Maine lawmakers are considering legislation to require financial literacy coursework in high school. The new bill would mandate a class in personal finance before high schoolers can graduate, with Maine close to becoming the 20th state to make financial literacy a requirement.

Financial literacy is key for students and adults alike, and a relevant requirement in high school would give young Mainers a sturdier foundation as they make important decisions later in life. Whether you’re 18 or 50 years old, a basic understanding of personal finance equips people with the knowledge and skills necessary to manage money and create a budget as well as setting up short- and long-term financial goals.

The earlier you start, the better. By learning about money management at a young age, students are better equipped to tackle the financial challenges they will inevitably face over time. With that understanding, they are more likely to avoid common financial pitfalls, such as credit card debt and overspending. For millions of Americans, a lack of financial literacy can cost thousands of dollars per year. In Maine alone, one in three people say they have too much debt.

Therefore, financial literacy is a critical skill that needs to be taught early and often. While legislation can certainly make a difference, educators cannot rely solely on legislators to make personal finance a teaching priority. Even if financial literacy becomes a requirement in high school, more will need to be done for students to master personal finance. A single class will not be the difference between success and failure – it is one rung on the ladder, but not the entire ladder.

Nor is high school the be-all and end-all. In truth, personal finance can and should be taught at all ages – from kindergarten to adulthood. Junior Achievement has taught financial literacy for decades, starting in kindergarten and going all the way to the 12th grade. We impact more than 15,000 Maine students a year, focusing on experiential, hands-on programs that introduce students to concepts like entrepreneurship and workforce readiness. Through age-appropriate real-world experiences, we teach financial literacy in different ways to different audiences, recognizing that what resonates with high schoolers may not appeal to children in elementary or middle school.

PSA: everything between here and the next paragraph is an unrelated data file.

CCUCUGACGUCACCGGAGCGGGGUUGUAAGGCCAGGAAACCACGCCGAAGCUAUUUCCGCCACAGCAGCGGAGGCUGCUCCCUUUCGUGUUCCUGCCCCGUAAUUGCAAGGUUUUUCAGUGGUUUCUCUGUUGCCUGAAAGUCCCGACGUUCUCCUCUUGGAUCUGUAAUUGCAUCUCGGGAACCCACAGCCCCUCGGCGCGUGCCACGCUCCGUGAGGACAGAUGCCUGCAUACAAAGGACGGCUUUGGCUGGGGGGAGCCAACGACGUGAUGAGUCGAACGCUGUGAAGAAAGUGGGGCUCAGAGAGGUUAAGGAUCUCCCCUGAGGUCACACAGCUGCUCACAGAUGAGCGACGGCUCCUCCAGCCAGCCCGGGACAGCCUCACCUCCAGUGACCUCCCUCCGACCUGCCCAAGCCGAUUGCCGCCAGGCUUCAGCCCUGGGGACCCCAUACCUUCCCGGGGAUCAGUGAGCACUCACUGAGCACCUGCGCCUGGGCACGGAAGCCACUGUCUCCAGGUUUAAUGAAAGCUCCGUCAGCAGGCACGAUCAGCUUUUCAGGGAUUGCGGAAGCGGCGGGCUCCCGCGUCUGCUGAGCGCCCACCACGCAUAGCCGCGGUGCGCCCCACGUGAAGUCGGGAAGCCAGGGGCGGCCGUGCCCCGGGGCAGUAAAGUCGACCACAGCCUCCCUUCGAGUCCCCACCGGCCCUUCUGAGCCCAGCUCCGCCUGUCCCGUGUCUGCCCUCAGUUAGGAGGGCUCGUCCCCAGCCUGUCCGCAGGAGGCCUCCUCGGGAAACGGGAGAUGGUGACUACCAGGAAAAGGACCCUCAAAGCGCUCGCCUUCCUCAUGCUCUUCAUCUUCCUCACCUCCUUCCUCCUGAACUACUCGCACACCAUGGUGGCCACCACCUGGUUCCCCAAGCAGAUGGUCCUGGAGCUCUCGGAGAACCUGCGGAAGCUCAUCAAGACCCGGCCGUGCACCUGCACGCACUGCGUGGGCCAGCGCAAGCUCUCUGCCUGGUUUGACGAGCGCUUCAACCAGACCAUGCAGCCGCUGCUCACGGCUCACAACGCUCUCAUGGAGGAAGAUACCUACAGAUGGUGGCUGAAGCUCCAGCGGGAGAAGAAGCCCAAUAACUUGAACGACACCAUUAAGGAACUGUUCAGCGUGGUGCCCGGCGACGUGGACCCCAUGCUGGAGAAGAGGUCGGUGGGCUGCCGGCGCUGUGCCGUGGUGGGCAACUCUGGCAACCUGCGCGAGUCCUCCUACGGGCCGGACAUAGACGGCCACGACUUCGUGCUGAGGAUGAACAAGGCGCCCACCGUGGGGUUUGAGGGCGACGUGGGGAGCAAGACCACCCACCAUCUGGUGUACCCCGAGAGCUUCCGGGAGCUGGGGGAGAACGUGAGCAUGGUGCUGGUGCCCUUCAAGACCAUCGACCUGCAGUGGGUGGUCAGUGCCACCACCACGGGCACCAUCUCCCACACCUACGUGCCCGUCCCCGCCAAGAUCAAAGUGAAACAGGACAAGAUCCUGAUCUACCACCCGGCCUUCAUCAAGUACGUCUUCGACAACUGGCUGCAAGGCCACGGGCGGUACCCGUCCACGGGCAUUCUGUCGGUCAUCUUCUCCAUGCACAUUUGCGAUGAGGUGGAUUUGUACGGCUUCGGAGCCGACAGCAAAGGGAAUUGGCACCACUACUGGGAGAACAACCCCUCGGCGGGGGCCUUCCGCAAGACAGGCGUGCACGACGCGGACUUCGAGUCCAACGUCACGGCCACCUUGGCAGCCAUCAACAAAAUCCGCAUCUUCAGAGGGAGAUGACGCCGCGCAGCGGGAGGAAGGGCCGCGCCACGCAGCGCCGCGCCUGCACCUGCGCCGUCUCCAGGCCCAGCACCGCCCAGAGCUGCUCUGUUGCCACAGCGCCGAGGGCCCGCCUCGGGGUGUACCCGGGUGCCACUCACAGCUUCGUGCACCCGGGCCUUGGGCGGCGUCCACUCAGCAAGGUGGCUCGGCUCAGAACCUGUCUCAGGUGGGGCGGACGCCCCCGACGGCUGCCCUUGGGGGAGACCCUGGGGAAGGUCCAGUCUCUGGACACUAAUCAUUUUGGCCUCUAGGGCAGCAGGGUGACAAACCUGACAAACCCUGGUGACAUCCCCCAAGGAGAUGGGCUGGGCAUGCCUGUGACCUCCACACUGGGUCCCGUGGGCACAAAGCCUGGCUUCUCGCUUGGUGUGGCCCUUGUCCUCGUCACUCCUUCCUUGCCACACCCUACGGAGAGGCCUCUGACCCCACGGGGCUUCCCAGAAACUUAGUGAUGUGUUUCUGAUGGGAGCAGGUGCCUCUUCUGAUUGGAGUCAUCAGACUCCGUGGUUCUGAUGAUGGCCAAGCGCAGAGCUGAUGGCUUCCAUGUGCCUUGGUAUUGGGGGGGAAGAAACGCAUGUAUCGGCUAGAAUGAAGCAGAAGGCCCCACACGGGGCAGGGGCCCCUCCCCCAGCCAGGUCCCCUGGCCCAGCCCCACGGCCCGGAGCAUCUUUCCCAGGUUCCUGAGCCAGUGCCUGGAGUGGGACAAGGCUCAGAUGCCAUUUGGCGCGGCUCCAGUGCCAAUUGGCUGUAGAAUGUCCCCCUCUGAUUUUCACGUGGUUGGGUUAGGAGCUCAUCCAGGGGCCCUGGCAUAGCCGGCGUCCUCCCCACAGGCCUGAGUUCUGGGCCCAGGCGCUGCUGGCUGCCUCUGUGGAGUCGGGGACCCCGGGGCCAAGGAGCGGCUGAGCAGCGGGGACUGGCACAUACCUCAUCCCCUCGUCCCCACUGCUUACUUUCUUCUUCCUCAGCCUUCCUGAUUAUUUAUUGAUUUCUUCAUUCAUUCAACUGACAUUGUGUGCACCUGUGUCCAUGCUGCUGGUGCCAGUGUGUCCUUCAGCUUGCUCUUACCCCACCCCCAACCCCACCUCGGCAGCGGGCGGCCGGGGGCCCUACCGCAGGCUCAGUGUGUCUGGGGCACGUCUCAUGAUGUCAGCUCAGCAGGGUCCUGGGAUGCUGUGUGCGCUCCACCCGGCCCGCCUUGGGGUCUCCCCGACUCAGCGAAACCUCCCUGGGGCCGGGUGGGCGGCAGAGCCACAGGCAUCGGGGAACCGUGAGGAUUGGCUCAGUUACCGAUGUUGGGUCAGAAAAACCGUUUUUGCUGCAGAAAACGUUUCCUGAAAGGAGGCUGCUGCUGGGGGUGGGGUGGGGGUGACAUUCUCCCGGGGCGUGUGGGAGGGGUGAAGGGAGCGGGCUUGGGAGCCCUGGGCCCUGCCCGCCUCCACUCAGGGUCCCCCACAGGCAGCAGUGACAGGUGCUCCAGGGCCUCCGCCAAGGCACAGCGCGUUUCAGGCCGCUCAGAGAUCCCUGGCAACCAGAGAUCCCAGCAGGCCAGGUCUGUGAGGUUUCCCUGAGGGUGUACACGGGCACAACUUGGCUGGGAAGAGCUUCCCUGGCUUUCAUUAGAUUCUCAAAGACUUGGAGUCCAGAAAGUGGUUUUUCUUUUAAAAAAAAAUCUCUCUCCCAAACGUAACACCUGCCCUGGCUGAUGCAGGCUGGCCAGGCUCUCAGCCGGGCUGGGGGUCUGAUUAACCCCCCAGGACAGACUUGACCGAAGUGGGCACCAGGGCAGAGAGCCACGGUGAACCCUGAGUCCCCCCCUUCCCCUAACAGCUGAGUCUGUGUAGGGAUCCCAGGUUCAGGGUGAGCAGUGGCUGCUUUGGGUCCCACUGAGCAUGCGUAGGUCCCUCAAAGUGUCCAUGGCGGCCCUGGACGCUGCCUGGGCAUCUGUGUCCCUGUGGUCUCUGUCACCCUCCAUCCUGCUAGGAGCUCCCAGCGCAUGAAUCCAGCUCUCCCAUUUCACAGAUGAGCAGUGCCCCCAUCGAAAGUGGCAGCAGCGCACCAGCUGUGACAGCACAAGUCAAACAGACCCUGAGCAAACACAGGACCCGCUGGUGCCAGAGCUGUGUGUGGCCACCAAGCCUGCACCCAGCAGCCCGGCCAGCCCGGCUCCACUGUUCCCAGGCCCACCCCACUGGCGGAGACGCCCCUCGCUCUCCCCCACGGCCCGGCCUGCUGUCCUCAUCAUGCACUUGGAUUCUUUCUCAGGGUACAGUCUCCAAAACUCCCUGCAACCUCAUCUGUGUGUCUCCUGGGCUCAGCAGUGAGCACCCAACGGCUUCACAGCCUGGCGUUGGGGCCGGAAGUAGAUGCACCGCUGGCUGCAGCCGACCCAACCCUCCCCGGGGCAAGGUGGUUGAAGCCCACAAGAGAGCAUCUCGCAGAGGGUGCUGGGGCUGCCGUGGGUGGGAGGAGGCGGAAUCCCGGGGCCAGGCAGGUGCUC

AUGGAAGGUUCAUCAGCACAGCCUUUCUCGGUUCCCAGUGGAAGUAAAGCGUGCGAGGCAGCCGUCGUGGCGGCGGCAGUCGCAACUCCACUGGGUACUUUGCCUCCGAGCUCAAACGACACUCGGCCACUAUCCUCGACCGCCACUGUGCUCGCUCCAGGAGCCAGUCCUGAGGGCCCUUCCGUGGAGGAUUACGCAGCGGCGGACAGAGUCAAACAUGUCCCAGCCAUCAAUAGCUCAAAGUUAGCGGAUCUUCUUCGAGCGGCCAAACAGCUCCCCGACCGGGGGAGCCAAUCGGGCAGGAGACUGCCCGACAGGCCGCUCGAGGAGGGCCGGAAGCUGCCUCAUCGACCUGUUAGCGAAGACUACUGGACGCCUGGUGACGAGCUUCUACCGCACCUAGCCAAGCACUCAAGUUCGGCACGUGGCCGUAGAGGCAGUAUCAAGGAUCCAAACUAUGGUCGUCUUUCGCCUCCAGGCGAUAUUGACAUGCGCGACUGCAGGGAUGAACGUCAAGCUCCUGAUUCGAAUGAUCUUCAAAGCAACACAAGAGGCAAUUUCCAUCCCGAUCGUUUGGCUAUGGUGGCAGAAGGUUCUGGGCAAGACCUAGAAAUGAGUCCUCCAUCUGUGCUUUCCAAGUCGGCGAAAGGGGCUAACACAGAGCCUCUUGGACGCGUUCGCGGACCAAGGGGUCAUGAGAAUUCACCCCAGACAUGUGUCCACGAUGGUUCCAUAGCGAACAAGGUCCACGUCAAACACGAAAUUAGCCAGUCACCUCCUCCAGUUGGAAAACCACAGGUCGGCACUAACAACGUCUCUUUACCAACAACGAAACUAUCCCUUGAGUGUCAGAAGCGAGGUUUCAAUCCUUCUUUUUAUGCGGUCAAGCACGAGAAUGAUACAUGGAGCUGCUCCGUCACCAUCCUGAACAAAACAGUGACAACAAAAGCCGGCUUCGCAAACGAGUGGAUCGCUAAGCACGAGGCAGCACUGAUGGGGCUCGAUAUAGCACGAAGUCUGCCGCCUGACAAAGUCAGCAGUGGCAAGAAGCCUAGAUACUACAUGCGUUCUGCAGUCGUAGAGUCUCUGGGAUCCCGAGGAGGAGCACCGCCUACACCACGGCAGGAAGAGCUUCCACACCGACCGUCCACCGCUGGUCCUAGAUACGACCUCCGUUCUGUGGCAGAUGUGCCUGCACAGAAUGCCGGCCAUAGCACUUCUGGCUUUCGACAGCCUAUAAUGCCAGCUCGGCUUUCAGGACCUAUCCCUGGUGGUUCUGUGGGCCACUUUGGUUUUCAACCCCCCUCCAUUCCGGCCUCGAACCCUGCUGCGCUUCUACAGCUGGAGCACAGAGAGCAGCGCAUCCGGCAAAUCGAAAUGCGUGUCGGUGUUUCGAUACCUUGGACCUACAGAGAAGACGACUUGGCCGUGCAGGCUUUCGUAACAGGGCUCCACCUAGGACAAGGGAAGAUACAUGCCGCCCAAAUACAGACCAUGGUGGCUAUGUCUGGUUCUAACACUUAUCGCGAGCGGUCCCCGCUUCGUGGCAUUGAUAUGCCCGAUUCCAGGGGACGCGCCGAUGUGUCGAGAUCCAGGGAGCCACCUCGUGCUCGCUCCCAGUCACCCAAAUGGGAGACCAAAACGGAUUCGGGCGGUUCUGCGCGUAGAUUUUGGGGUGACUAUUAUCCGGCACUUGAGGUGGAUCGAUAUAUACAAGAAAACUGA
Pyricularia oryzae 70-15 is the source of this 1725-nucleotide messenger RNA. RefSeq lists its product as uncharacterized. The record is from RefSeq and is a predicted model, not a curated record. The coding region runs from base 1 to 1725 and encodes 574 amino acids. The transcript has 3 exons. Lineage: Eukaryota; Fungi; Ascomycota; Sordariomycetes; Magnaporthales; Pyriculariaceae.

For example, we equip elementary and middle school students with skills and knowledge around how money works and the value of choice. We also introduce them to the difference between a “want” and a “need.” For high schoolers, on the other hand, we dive even deeper, emphasizing the importance of your credit score or the purpose of car insurance. We share differences between consumer debt and business debt, encouraging students to engage in smart shopping practices and manage their debt before – long before – it becomes unmanageable.


Customized teaching is the best form of education, especially when it comes to subject matter as important as financial literacy. Personal finance cannot be theoretical, even for non-adults; students need to be able to conceptualize it in their own unique ways, so that they are prepared for the “real world.”

In the wake of COVID-19, Maine faces one of the most challenging economic times in its history. Reading, writing and arithmetic are no longer sufficient to prepare our children for adult roles. Students must exceed previous educational outcomes to compete and succeed at the breakneck speed of today’s disruptive economy.

Financial literacy will play a pivotal role in that success. Competition will require a mastery of personal finance, and it is encouraging to see Maine’s lawmakers putting an emphasis on it.

But if Maine is to meet the challenges of today, financial literacy will require an all-hands-on-deck approach, with personal finance being taught (and taught well) long before high school. Junior Achievement can help fill this gap.

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